Friday, August 02, 2019



1966 reveals shifts in religion in general that continue to deepen in this 21st Century. Indeed, as an example of the continued impact, within Christianity in particular, the Vatican News Service recently reported that, in 2018, 200,000 Roman Catholics and 230,000 Protestants de-registered with the German government. [1]

The Church, who draws from Her treasury that which is ever ancient and ever new, counter-balances, with powerful examples of renewal, as found with a new religious community within the Church which has a place for those normally not considered for admission into consecrated life, the mentally challenged. [2]

By 1966 ‘spirituality’ was coming into vogue, referring not to an actual relationship with the One True God, the Most Holy Trinity, but of deeply personalized notions of often vague aspects of relationship with the undefined ‘sacred’, mostly an esoteric approach to the self as a rather flexibly defined ‘spiritual experience.’

It is important to accept that the hunger for ‘god’, for the ‘sacred’, however one might define those terms, is not a subjective but an objective truth, rooted in the depths of our being by the very fact of our being created: The desire for God is written in the human heart, because man is created by God and for God; and God never ceases to draw man to himself. Only in God will he find the truth and happiness he never stops searching for: The dignity of man rests above all on the fact that he is called to communion with God. [3]

Among the destructive substitutes pushed in 1966 to replace an authentic response to the gift of hunger for communion of love with the Most Holy Trinity, was increased use of chemical stimulants, some less a risk of long term, even permanent brain, psychological, spiritual damage, some, like LSD [lysergic acid diethylamide], among the most destructive and a precursor to the opioid crisis of today.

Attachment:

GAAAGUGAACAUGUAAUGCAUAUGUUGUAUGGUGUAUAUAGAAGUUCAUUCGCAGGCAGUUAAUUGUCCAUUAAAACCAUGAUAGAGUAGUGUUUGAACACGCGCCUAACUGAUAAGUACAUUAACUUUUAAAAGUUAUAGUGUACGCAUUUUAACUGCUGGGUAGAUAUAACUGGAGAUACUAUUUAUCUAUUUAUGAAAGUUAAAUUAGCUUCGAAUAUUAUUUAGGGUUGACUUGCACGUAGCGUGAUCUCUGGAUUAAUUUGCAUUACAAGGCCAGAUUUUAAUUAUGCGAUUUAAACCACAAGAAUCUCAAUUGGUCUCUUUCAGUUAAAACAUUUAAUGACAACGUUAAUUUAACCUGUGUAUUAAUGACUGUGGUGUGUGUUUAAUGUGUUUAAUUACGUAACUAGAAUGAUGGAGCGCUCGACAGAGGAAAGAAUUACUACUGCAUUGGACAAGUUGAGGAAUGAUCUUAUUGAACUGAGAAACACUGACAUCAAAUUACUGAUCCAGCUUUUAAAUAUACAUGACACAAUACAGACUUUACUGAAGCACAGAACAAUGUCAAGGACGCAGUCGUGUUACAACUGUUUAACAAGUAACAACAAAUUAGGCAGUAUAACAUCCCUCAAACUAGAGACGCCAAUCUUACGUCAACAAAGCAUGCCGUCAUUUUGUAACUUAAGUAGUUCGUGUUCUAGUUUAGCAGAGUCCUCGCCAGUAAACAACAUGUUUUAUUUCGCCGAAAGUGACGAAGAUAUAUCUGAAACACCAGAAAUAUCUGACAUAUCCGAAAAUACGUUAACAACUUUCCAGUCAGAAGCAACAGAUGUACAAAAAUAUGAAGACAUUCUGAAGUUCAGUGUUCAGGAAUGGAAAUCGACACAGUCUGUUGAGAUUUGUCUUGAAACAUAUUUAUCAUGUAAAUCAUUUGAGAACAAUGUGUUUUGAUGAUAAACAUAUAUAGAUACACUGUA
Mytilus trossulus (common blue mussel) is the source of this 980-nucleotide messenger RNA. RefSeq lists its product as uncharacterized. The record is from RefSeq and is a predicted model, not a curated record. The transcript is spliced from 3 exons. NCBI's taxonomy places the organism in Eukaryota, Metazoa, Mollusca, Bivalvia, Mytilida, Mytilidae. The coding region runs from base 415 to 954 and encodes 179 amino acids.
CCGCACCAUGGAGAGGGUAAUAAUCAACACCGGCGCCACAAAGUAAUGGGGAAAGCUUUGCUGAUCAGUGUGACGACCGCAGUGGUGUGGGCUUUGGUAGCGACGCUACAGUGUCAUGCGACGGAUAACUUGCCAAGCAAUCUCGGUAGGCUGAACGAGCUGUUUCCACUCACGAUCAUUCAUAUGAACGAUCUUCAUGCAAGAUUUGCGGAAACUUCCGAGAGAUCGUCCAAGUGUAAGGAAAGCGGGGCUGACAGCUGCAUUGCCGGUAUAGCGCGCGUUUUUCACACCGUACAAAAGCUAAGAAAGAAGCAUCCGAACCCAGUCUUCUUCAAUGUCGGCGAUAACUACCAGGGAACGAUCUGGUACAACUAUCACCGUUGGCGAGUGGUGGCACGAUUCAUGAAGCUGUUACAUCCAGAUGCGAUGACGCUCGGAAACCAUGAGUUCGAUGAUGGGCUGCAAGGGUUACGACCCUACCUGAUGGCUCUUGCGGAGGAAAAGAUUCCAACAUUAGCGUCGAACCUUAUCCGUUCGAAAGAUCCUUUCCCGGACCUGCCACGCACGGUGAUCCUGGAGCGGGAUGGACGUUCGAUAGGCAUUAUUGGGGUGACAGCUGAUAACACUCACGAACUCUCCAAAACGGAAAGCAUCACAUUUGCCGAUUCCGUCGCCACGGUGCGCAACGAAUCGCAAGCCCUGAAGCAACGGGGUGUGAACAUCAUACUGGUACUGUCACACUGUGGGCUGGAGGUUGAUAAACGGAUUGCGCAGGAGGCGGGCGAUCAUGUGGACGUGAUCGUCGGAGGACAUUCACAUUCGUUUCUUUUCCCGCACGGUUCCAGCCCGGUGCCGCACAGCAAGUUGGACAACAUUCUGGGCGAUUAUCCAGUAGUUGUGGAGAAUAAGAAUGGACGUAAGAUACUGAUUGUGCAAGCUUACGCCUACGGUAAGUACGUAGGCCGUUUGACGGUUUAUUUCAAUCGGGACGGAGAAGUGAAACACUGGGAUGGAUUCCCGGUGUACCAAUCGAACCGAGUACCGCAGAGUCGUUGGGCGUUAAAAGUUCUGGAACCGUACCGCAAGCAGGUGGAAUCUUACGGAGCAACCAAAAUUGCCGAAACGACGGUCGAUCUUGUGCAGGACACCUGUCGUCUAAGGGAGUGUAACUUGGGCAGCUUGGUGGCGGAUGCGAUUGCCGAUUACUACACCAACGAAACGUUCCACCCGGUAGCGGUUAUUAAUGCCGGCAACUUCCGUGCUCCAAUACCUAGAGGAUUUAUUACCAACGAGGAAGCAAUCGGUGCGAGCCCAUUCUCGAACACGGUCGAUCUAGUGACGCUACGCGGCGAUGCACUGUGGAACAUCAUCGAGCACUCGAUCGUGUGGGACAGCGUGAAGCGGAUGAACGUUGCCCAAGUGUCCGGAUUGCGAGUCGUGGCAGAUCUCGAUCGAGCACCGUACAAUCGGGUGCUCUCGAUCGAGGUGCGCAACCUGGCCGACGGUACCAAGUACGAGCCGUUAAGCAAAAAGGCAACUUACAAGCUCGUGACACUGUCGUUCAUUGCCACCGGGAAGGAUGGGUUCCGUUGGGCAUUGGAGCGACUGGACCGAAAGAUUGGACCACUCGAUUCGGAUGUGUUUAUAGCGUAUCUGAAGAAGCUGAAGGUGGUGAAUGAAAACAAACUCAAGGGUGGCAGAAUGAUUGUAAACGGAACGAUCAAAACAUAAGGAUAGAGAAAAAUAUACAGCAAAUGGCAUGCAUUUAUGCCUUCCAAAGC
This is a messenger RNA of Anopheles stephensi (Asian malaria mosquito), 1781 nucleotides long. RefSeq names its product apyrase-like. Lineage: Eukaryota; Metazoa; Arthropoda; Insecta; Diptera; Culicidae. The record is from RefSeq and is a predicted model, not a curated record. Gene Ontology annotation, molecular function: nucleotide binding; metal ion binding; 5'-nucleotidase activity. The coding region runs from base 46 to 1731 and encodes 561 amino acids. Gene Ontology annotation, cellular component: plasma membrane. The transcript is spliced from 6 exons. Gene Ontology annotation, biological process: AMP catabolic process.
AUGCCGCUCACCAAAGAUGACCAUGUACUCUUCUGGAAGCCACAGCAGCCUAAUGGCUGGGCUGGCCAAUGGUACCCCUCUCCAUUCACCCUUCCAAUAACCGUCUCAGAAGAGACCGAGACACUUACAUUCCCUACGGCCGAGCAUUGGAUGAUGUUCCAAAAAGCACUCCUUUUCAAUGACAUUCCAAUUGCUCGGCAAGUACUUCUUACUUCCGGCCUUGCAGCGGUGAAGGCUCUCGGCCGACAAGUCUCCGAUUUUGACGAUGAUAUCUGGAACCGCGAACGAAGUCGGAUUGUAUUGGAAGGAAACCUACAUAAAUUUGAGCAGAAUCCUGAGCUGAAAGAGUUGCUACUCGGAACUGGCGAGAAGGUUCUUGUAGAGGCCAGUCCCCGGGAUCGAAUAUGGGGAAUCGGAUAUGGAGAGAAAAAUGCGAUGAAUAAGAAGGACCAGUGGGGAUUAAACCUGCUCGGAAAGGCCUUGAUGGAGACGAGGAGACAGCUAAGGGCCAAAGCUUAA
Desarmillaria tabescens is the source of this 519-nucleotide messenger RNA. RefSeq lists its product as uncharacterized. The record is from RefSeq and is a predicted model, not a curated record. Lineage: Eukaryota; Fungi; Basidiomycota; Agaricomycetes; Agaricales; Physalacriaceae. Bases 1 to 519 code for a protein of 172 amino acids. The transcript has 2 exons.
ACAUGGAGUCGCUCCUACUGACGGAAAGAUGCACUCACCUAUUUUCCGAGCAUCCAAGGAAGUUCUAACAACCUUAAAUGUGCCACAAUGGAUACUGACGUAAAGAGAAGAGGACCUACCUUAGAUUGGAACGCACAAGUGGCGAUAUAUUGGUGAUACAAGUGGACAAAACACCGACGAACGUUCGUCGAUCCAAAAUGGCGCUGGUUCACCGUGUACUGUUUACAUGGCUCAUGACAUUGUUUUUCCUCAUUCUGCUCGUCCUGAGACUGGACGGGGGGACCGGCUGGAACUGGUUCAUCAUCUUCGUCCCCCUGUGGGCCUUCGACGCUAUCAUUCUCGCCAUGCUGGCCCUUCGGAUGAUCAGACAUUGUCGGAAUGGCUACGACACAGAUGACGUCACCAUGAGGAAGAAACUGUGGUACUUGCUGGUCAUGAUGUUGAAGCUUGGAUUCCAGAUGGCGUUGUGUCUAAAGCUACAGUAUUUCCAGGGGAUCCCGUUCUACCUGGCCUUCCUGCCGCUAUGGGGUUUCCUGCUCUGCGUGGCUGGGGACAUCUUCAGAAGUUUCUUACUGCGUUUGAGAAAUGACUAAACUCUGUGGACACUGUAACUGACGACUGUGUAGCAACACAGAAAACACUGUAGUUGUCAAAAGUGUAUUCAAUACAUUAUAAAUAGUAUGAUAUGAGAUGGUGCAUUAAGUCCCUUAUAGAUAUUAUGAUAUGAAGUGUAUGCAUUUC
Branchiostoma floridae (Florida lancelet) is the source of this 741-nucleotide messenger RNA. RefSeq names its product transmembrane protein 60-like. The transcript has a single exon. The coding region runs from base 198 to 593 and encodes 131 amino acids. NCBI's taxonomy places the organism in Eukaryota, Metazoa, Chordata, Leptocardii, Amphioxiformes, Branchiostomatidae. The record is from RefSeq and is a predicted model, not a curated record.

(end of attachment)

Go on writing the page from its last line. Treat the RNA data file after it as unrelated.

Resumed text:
Among the more outrageous claims made about LSD, were that this drug would stimulate an experience of God, when in fact frequently the hallucinations triggered were so intense people engaged in behaviours that sometimes resulted in death, other times in permanent psychosis.

As if seeking to establish the societies presented in the dystopian novels of Aldous Huxley’s, Brave New World and George Orwell’s, Nineteen Eighty-Four, [ a great counterpoint to both is Myles Connelly’s Mr. Blue] many contemporary governments, keeping in mind the ‘grass’/marijuana of the Sixties was somewhat a mild-organic substance compared to the toxic hybrids of the 21st century, the ‘free-love’ mentality of the Sixties has morphed into an ever expanding series of deviations from the God created in His image male and female genders, fracturing both the family and society, leftist governments complicit in this by legalizing immorality, while accusing the right of trying to impose ‘their’ morality. We find ourselves deep in the darkness of the culture of death whose proximate origins is the Sixties. [4]

There is no short cut to communion of love with the Holy Trinity. The way is Jesus Himself and our willingness to take up our cross each day and follow Him: Jesus said to him, “I am the Way and the Truth and the Life. No one comes to the Father except through Me.” [Jn. 14:6]; Then Jesus said to His disciples, “Whoever wishes to come after Me must deny himself, take up his cross, and follow Me.” [Mt.16:24]